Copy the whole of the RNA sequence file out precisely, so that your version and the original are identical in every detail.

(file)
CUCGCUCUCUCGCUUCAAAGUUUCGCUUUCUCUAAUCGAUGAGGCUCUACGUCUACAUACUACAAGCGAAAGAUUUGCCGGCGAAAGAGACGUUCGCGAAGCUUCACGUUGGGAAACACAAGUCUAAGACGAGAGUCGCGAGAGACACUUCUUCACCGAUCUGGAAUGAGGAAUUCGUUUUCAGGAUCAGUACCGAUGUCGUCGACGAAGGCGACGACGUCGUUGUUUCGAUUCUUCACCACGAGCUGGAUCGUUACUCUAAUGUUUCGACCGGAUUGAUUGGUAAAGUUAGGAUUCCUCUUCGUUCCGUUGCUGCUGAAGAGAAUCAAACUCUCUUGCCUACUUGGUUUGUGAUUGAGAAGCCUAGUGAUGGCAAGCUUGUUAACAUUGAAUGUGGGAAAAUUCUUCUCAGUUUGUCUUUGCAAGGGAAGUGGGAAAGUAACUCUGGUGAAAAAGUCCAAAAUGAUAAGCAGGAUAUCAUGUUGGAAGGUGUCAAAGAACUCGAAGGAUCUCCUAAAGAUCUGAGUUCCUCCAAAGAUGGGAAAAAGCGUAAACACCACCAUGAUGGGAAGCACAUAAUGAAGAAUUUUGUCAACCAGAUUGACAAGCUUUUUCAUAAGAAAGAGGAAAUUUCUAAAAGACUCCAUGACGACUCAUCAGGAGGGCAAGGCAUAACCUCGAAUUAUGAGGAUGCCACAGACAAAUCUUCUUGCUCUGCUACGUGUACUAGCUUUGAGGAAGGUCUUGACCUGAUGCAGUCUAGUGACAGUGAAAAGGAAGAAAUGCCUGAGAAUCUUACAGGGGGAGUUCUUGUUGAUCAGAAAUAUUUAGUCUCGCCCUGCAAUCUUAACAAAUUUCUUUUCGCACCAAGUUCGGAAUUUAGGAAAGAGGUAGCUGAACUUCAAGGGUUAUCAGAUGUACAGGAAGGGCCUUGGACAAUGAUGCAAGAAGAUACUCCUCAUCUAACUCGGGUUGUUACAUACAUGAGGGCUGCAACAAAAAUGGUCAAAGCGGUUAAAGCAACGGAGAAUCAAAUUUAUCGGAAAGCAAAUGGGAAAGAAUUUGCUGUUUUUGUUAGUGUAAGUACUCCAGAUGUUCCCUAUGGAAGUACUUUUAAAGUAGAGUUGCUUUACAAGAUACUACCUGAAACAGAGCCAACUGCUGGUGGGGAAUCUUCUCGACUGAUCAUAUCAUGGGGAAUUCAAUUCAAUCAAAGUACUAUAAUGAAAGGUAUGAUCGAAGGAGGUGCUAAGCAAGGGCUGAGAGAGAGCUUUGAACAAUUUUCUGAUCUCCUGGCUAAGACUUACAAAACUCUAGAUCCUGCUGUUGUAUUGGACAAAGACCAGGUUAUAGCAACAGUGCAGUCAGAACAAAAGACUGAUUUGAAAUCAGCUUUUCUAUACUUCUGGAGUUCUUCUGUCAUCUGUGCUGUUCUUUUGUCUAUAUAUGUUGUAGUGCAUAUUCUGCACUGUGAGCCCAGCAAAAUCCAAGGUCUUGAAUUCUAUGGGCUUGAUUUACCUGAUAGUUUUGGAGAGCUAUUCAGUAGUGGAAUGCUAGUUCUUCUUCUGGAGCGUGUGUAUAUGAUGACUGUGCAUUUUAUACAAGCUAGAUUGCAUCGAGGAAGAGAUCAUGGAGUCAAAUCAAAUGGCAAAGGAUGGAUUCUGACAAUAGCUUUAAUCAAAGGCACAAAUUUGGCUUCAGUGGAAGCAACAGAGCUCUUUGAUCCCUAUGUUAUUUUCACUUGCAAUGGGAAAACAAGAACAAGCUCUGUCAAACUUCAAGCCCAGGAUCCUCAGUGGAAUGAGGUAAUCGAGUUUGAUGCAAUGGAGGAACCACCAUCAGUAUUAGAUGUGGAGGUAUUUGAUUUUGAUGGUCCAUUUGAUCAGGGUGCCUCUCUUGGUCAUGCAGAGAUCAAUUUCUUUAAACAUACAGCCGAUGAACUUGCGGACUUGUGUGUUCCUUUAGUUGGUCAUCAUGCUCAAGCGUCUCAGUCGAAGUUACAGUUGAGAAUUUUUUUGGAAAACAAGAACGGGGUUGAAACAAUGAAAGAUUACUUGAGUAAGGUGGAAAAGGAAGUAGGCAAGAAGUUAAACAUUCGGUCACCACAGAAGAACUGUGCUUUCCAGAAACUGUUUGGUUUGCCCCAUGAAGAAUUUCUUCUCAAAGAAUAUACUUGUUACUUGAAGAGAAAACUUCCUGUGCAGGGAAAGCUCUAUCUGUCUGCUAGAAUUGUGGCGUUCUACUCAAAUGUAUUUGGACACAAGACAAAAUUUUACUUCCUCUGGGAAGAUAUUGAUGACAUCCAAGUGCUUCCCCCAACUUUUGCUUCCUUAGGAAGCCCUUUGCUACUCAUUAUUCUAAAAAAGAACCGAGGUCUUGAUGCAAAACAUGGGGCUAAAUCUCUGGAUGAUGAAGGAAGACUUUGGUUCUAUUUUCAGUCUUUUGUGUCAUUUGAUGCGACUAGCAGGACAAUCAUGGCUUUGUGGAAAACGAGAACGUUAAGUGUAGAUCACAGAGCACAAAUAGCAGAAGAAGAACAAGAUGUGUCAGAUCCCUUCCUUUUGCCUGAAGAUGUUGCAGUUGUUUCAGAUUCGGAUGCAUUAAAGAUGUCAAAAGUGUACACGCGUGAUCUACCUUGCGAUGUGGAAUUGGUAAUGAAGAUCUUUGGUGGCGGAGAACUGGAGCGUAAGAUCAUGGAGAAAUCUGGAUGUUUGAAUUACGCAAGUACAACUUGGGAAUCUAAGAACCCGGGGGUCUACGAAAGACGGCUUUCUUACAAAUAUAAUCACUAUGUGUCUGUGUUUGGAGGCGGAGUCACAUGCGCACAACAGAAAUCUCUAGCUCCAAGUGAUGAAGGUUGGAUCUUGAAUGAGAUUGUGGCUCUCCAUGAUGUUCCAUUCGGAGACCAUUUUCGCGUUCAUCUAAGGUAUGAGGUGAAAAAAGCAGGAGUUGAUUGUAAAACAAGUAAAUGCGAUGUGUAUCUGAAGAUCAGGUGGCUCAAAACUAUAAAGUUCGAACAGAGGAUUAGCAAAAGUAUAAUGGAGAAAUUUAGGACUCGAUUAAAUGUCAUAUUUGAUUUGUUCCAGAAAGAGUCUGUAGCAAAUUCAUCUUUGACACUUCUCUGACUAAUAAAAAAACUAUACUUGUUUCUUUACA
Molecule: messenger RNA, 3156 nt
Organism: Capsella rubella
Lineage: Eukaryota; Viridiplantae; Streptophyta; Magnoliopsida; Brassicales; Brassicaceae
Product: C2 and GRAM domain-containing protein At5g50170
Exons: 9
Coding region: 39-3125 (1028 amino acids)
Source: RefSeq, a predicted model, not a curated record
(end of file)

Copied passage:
CUCGCUCUCUCGCUUCAAAGUUUCGCUUUCUCUAAUCGAUGAGGCUCUACGUCUACAUACUACAAGCGAAAGAUUUGCCGGCGAAAGAGACGUUCGCGAAGCUUCACGUUGGGAAACACAAGUCUAAGACGAGAGUCGCGAGAGACACUUCUUCACCGAUCUGGAAUGAGGAAUUCGUUUUCAGGAUCAGUACCGAUGUCGUCGACGAAGGCGACGACGUCGUUGUUUCGAUUCUUCACCACGAGCUGGAUCGUUACUCUAAUGUUUCGACCGGAUUGAUUGGUAAAGUUAGGAUUCCUCUUCGUUCCGUUGCUGCUGAAGAGAAUCAAACUCUCUUGCCUACUUGGUUUGUGAUUGAGAAGCCUAGUGAUGGCAAGCUUGUUAACAUUGAAUGUGGGAAAAUUCUUCUCAGUUUGUCUUUGCAAGGGAAGUGGGAAAGUAACUCUGGUGAAAAAGUCCAAAAUGAUAAGCAGGAUAUCAUGUUGGAAGGUGUCAAAGAACUCGAAGGAUCUCCUAAAGAUCUGAGUUCCUCCAAAGAUGGGAAAAAGCGUAAACACCACCAUGAUGGGAAGCACAUAAUGAAGAAUUUUGUCAACCAGAUUGACAAGCUUUUUCAUAAGAAAGAGGAAAUUUCUAAAAGACUCCAUGACGACUCAUCAGGAGGGCAAGGCAUAACCUCGAAUUAUGAGGAUGCCACAGACAAAUCUUCUUGCUCUGCUACGUGUACUAGCUUUGAGGAAGGUCUUGACCUGAUGCAGUCUAGUGACAGUGAAAAGGAAGAAAUGCCUGAGAAUCUUACAGGGGGAGUUCUUGUUGAUCAGAAAUAUUUAGUCUCGCCCUGCAAUCUUAACAAAUUUCUUUUCGCACCAAGUUCGGAAUUUAGGAAAGAGGUAGCUGAACUUCAAGGGUUAUCAGAUGUACAGGAAGGGCCUUGGACAAUGAUGCAAGAAGAUACUCCUCAUCUAACUCGGGUUGUUACAUACAUGAGGGCUGCAACAAAAAUGGUCAAAGCGGUUAAAGCAACGGAGAAUCAAAUUUAUCGGAAAGCAAAUGGGAAAGAAUUUGCUGUUUUUGUUAGUGUAAGUACUCCAGAUGUUCCCUAUGGAAGUACUUUUAAAGUAGAGUUGCUUUACAAGAUACUACCUGAAACAGAGCCAACUGCUGGUGGGGAAUCUUCUCGACUGAUCAUAUCAUGGGGAAUUCAAUUCAAUCAAAGUACUAUAAUGAAAGGUAUGAUCGAAGGAGGUGCUAAGCAAGGGCUGAGAGAGAGCUUUGAACAAUUUUCUGAUCUCCUGGCUAAGACUUACAAAACUCUAGAUCCUGCUGUUGUAUUGGACAAAGACCAGGUUAUAGCAACAGUGCAGUCAGAACAAAAGACUGAUUUGAAAUCAGCUUUUCUAUACUUCUGGAGUUCUUCUGUCAUCUGUGCUGUUCUUUUGUCUAUAUAUGUUGUAGUGCAUAUUCUGCACUGUGAGCCCAGCAAAAUCCAAGGUCUUGAAUUCUAUGGGCUUGAUUUACCUGAUAGUUUUGGAGAGCUAUUCAGUAGUGGAAUGCUAGUUCUUCUUCUGGAGCGUGUGUAUAUGAUGACUGUGCAUUUUAUACAAGCUAGAUUGCAUCGAGGAAGAGAUCAUGGAGUCAAAUCAAAUGGCAAAGGAUGGAUUCUGACAAUAGCUUUAAUCAAAGGCACAAAUUUGGCUUCAGUGGAAGCAACAGAGCUCUUUGAUCCCUAUGUUAUUUUCACUUGCAAUGGGAAAACAAGAACAAGCUCUGUCAAACUUCAAGCCCAGGAUCCUCAGUGGAAUGAGGUAAUCGAGUUUGAUGCAAUGGAGGAACCACCAUCAGUAUUAGAUGUGGAGGUAUUUGAUUUUGAUGGUCCAUUUGAUCAGGGUGCCUCUCUUGGUCAUGCAGAGAUCAAUUUCUUUAAACAUACAGCCGAUGAACUUGCGGACUUGUGUGUUCCUUUAGUUGGUCAUCAUGCUCAAGCGUCUCAGUCGAAGUUACAGUUGAGAAUUUUUUUGGAAAACAAGAACGGGGUUGAAACAAUGAAAGAUUACUUGAGUAAGGUGGAAAAGGAAGUAGGCAAGAAGUUAAACAUUCGGUCACCACAGAAGAACUGUGCUUUCCAGAAACUGUUUGGUUUGCCCCAUGAAGAAUUUCUUCUCAAAGAAUAUACUUGUUACUUGAAGAGAAAACUUCCUGUGCAGGGAAAGCUCUAUCUGUCUGCUAGAAUUGUGGCGUUCUACUCAAAUGUAUUUGGACACAAGACAAAAUUUUACUUCCUCUGGGAAGAUAUUGAUGACAUCCAAGUGCUUCCCCCAACUUUUGCUUCCUUAGGAAGCCCUUUGCUACUCAUUAUUCUAAAAAAGAACCGAGGUCUUGAUGCAAAACAUGGGGCUAAAUCUCUGGAUGAUGAAGGAAGACUUUGGUUCUAUUUUCAGUCUUUUGUGUCAUUUGAUGCGACUAGCAGGACAAUCAUGGCUUUGUGGAAAACGAGAACGUUAAGUGUAGAUCACAGAGCACAAAUAGCAGAAGAAGAACAAGAUGUGUCAGAUCCCUUCCUUUUGCCUGAAGAUGUUGCAGUUGUUUCAGAUUCGGAUGCAUUAAAGAUGUCAAAAGUGUACACGCGUGAUCUACCUUGCGAUGUGGAAUUGGUAAUGAAGAUCUUUGGUGGCGGAGAACUGGAGCGUAAGAUCAUGGAGAAAUCUGGAUGUUUGAAUUACGCAAGUACAACUUGGGAAUCUAAGAACCCGGGGGUCUACGAAAGACGGCUUUCUUACAAAUAUAAUCACUAUGUGUCUGUGUUUGGAGGCGGAGUCACAUGCGCACAACAGAAAUCUCUAGCUCCAAGUGAUGAAGGUUGGAUCUUGAAUGAGAUUGUGGCUCUCCAUGAUGUUCCAUUCGGAGACCAUUUUCGCGUUCAUCUAAGGUAUGAGGUGAAAAAAGCAGGAGUUGAUUGUAAAACAAGUAAAUGCGAUGUGUAUCUGAAGAUCAGGUGGCUCAAAACUAUAAAGUUCGAACAGAGGAUUAGCAAAAGUAUAAUGGAGAAAUUUAGGACUCGAUUAAAUGUCAUAUUUGAUUUGUUCCAGAAAGAGUCUGUAGCAAAUUCAUCUUUGACACUUCUCUGACUAAUAAAAAAACUAUACUUGUUUCUUUACA
Molecule: messenger RNA, 3156 nt
Organism: Capsella rubella
Lineage: Eukaryota; Viridiplantae; Streptophyta; Magnoliopsida; Brassicales; Brassicaceae
Product: C2 and GRAM domain-containing protein At5g50170
Exons: 9
Coding region: 39-3125 (1028 amino acids)
Source: RefSeq, a predicted model, not a curated record